by Staff Writers
Montreal (UPI) May 23, 2013
Scientists say they've found bacteria growing in the Canadian arctic at temperatures below freezing, nearly as cold as the surface of Mars.
Growing at just 5 degrees Fahrenheit, the coldest temperature ever reported for bacterial growth, the bacterium offers clues about some of the necessary preconditions for microbial life on other worlds, such as Saturn's moon Enceladus and Mars, where similar briny subzero conditions are thought to exist, a release from McGill University in Montreal said Wednesday.
The researchers discovered Planococcus halocryophilus OR1 after screening about 200 microbes looking for the microorganism best adapted to the harsh conditions of the arctic permafrost.
"We believe that this bacterium lives in very thin veins of very salty water found within the frozen permafrost on Ellesmere Island," McGill scientist Lyle Whyte said. "The salt in the permafrost brine veins keeps the water from freezing at the ambient permafrost temperature, creating a habitable but very harsh environment.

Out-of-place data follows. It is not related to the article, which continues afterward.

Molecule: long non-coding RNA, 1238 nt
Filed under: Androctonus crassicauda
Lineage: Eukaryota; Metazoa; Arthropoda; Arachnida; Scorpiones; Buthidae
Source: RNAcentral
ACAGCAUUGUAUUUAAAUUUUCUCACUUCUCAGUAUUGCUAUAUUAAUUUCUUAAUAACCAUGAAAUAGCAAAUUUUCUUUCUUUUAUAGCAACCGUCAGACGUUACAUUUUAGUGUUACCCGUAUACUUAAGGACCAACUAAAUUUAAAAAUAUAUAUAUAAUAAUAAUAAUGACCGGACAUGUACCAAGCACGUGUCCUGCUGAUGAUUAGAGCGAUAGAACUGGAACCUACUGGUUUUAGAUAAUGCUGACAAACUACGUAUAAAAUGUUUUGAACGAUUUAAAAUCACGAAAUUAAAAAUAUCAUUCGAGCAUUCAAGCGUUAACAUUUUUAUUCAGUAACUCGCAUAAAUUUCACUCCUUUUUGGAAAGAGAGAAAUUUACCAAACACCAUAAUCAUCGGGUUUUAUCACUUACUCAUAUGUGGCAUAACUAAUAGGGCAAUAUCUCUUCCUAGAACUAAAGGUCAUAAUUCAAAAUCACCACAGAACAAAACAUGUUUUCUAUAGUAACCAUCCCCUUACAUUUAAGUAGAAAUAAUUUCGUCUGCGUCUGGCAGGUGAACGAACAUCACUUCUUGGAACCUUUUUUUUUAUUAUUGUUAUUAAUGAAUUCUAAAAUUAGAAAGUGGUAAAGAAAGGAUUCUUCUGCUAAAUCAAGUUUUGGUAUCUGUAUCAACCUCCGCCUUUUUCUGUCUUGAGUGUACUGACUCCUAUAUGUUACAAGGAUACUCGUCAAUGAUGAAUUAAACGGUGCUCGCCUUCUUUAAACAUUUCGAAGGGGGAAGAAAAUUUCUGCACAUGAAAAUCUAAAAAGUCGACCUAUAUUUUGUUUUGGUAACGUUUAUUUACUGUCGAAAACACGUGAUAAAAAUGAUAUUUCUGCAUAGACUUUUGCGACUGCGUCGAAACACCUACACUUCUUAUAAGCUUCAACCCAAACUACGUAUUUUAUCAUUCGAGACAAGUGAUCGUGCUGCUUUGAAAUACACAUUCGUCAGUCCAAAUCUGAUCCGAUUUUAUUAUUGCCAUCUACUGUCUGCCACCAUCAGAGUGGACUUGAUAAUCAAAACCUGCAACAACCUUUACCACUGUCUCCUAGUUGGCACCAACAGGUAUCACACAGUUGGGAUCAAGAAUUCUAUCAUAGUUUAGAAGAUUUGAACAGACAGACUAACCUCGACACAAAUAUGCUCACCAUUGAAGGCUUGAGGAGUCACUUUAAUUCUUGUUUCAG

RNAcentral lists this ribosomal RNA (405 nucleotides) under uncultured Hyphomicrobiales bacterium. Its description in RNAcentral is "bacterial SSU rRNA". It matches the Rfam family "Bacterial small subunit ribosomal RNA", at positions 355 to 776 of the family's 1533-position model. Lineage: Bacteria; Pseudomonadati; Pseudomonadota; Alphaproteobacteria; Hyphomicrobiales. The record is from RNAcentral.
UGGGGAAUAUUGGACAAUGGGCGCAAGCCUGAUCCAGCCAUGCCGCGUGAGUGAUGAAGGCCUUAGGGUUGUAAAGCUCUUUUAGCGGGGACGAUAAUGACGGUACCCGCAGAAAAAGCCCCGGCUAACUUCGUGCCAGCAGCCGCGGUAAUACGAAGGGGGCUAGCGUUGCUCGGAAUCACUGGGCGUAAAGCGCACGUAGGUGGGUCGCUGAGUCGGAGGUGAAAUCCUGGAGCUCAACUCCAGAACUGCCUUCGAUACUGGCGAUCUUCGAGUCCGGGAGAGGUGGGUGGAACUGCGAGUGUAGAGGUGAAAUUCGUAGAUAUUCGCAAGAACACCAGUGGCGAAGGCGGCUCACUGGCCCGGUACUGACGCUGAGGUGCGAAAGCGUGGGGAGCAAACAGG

"It's not the easiest place to survive but this organism is capable of remaining active (i.e. breathing) to at least -25 degree C (minus 13 degrees F) in permafrost."
The bacterium adapts to the extremely cold, salty conditions in which it is found thanks to significant modifications in its cell structure and function, the researchers said.
"I'm kind of proud of this bug," Whyte said. "It comes from the Canadian High Arctic and is our cold temperature champion, but what we can learn from this microbe may tell us a lot about how similar microbial life may exist elsewhere in the solar system."
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